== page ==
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Explain the differing reactions of people in Britain to the policy of evacuating children in World War II:

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Explain the differing reactions of people in Britain to the policy of evacuating children in World War II: The trepidation of aerial bombing gripped Britain as a nation, as uncensored images of Hitler's Condor Legion reduced the Basque's holy city of Guernica to rubble .The world recognized Hitler fascist regime, and acknowledged Hitler's supreme air power and its ability to obliterate cities. This terrified the British public, and alarmed the government; as the First World War experience with the air Zeppelin, still left its stigma on British hearts. The government had to devise a plan to protect its future generation and army. They called this plan 'operation pied piper' ironically named after the rather menacing German folktale. This was the biggest and most concentrated mass movement of people in Britain's History. In the first four days of this regime 'in September 1939, nearly 3,000,000 people were transported from towns and cities in danger from enemy bombers to places of safety in the countryside'. By any measure it was an astonishing event, a logistical nightmare of co-ordination and control .Lord Balfour mentioned: 'unremitting bombardment of a kind that no other city has ever had to endure,' it was even predicted that in London alone that civilian causalities would amount to four million alone. ...read more.


The humiliating and daunting experiences of the 'slave auction' left children feeling empty and dehumanised 'nobody wanted to be picked last,' these children were usually poor children who appeared unclean and scruffy. Firstly if we look at this piece, written by the daily mirror a picture caption: 'aren't they happy,' from hindsight we can acknowledge, how the daily mirror has used government propaganda to fa´┐Żade the pessimistic side of evacuees ,with illustrations of children playing on beaches. In contrast to this image we can look at this piece of evidence an account from an evacuee Terri McNeil: 'who was locked up in a birdcage and left with a chunk of bread and a bowl of water,' here we can distinguish the juxtaposition between a government biased view and a first hand witness experience, although only twelve percent of evacuees say that they suffered some sort of mental, physical or sexual abuse, we must note that, sixty years on the experience of evacuation still comes back to haunt people. However, this gave children from inner city slums, the opportunity to experience a life of idyllic atmosphere. People from different classes clashed, and gave the government and wealthier people a chance to acknowledge the huge gap between the poor and the rich, and idealise with their predicament. ...read more.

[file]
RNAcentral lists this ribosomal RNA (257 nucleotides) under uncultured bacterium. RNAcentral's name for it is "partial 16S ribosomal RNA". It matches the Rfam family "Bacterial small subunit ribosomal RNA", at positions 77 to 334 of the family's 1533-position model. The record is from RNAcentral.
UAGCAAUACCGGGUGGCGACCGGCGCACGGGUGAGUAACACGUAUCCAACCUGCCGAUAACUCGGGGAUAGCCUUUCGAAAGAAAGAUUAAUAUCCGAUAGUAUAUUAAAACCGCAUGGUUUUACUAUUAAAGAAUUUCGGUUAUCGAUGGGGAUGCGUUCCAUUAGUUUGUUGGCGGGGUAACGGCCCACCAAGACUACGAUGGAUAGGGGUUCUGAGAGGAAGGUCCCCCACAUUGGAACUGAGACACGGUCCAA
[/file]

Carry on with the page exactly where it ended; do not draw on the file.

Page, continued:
I ended up sharing the honeymoon suite which had a private bathroom'. Many described the evacuation as a 'typical British wartime shamble.' Many people did not except evacuees even though it was compulsory, if we look at Lady Davy reason for not taking evacuees:' on medical grounds it is not good for her to have ten evacuees in a house with five bedrooms and two living rooms. Because of her public duties, Lady Davy requires more than just her bedroom,' this was the attitude of a lot of wealthy people. Billeting officers grew very exhausted and angry, because finding a host for the evacuee grew exasperating, due to social class and attitudes of host family because of status. In all, my overall impression to the attitudes of evacuation is that; social class played a more dominant role in identifying human behaviour towards those of a lesser class, and on a positive note helped the government and those more fortunate to understand peoples plight. In this,some aspects of evacuation did baffle me, the mistreatment of host families towards evacuees-perhaps this was their way of getting back at the government-Most of the images displayed by the government were biased. Some could argue that the wealthier acted preposterously towards the regime than others of a lesser classer. Who's to dispute the argument? But reality is more complicated than what some would conclude. ...read more.

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